- From: spam@xxxxxxxxxxxxxxxxxxxx (Jonathan L Cunningham)
- Date: Mon, 1 Oct 2007 16:19:44 +0100
Zeborah <zeborah@xxxxxxxxx> wrote:
Jonathan L Cunningham <spam@xxxxxxxxxxxxxxxxxxxx> wrote:
Dan Goodman <dsgood@xxxxxxxxxxx> wrote:
David Friedman wrote:
I rarely use names, in part because I tend to forget the names of
people whose names I ought to remember, including colleagues.
My too. I once had to explain this to someone who was offended that I
didn't ever address her by name.
To me, this means that you (all) who claim that, never considered it
important enough to take the trouble. That's not a criticism: it's an
This is what I think is happening in this thread:
I think by "to take the trouble" you meant "to take enough trouble".
Isn't that the same thing? "The trouble" is the amount of trouble
(The more obvious reading to me is "to take any trouble", so I have to
I can't get that reading at all. That would be "some trouble" because
it's an indefinite amount. "The trouble" is a definite noun phrase, not
an indefinite one.
How do you read it as an indefinite amount?
consciously consider whether you are likely to intend that and conclude
- given what I know of you in general and "that's not a criticism" in
particular - that you probably don't.)
I'm not making moral judgements. ISTM that some people are seeing a hat
that fits, wearing it, and then making moral judgements about themselves
(using their own ethical system).
People are strange. If they really think my observation is wrong, why do
they wear the hat?
Given this, the question is "What does 'enough trouble' mean? 'Enough(snip)
If you're doing so, it's not clear to me what that something is.
Perhaps because you are focused on the "moral judgement" interpretation,
whereas I was giving helpful and useful advice!
My argument is something like this: there is a vicious/virtuous circle
which can take two forms:
Form A: the virtuous circle
(1) I think I'm good at X (possibly because mommy told me when I was 3)
(2) I like doing things I'm good at, so I like doing X
(3) Because I like doing it, I do it often
(4) Because I do it often, I get better with practice
(5) That makes me good at X
Form B: the vicious circle
(1) I think I can't do X (probably because I find it difficult)
(2) I don't like attempting things I can't do
(3) So I don't try to do X
(4) So I never get any practice and never get any good at it
(5) Which confirms my view that I can't do X
If someone laments their inability to learn names - which none of those
objecting to my claim appear to do: they seem almost proud of it -
*then* my comment could be helpful:
Don't despair! It's not hopeless! You, too, can remember people's
names. You just have to realise that it's not a magical ability which
some people have, and you lack. It's a skill that grows with practice.
You just haven't ever developed this skill. But it's not too late...
(snip)Like everything, remembering names is something you get better at with
practice. If you think it's important to remember names (e.g. teaching a
Since you don't find it easy, I conclude you have never consistently
felt it was worth the effort.
Again, "You don't find it easy, therefore you mustn't think it worth the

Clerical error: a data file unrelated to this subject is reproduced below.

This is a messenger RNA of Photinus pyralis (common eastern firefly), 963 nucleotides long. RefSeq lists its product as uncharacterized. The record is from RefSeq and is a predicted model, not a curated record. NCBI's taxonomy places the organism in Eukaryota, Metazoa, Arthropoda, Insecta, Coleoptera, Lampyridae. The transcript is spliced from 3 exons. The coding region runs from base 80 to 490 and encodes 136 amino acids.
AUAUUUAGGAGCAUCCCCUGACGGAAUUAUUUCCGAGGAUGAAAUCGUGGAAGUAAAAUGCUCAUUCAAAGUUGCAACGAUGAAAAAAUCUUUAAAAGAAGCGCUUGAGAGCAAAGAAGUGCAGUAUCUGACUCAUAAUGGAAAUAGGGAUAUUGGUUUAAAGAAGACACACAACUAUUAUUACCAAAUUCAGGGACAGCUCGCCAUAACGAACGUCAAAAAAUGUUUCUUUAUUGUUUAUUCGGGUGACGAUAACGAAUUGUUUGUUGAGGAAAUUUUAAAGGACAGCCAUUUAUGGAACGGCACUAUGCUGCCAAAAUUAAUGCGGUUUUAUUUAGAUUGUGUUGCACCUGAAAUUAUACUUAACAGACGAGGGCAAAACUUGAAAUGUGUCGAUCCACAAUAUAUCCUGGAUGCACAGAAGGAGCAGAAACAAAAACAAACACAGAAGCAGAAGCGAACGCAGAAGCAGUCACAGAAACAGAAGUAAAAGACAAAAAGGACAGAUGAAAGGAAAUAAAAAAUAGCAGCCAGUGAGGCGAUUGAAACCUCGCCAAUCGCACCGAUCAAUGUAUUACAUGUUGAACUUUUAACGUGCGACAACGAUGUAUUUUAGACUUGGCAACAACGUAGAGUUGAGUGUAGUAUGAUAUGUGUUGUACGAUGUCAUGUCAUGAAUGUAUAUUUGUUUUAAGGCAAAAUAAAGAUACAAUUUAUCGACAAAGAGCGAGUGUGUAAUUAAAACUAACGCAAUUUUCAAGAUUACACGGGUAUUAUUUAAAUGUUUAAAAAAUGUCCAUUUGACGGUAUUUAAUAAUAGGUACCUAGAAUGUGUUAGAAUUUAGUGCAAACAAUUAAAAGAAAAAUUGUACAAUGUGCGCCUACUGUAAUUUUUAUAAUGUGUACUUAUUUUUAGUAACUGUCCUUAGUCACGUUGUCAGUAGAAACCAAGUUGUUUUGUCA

effort, because if you thought it worth the effort then it would be
easy." - To me this reads like circular reasoning, and I can't see how
Yes, it *is* circular -- see above! But it's not circular reasoning,
it's an example of positive feedback.
it could possibly be falsified. (If not falsifiable, it might be true,
but it sure ain't useful(1).)
It can be falsified in lots of ways. For example, Marilee claims that
step (4) in the virtuous circle wouldn't work for her playing the piano.
That breaks the circle.
Can you give an example of an experience, piece of evidence, or argument
that we could offer which would make you reevaluate your opinion?
Yes. I take it you are asking me to.
But I don't really see why: I've accepted that Shana Rosenfield's friend
may be an exception. Marilee provides a counter example to why practice
doesn't always help: you can't get better at something which is
For specific counterexamples, I'd need to see a significant percentage
of people (say, 5%) who have (a) actually tried, over a significant
period of time to remember people's names, not just concluded that they
can't, and given up, and (b) despite trying have failed.
It's interesting to note that none of the people who have said "it
doesn't apply to me" have claimed that they have made such an effort.
(It doesn't mean that they haven't made the effort, merely that they
didn't think it worth mentioning as counter-evidence.)
Five percent for me would be about 200 people, I think. Maybe more. A
small number of counter-examples (so far, we have only one) don't make
the generalisation false. If you could provide, oh, say 2000
counterexamples, all of whom can demonstrate actual, rather than
claimed, inability to learn names, desptite repeated and structured
efforts, then I'll change my claim so that it refers to "Most people"
rather than "People".
Otherwise, I'll continue to conclude that, like David Friedman, they
don't consider the benefits worth the effort. (After all, they already
have friends, a life, etc. and manage quite well as they are. What are
the added benefits of remembering names?)
Incidentally, I feel the same about learning languages, for which I
appear to have little or no talent. I don't accept "I can't learn
languages" as an explanation. But, ISTM, that learning a foreign
language requires considerably more effort than learning a few tens or
hundred names. (I don't claim I remember the name of every person I've
ever met - I just try to remember names of people I'm in frequent
"There's many a best seller that could have been prevented
by a good teacher." Flannery O'Connor
- Re: Opening
- From: Zeborah
- Re: Opening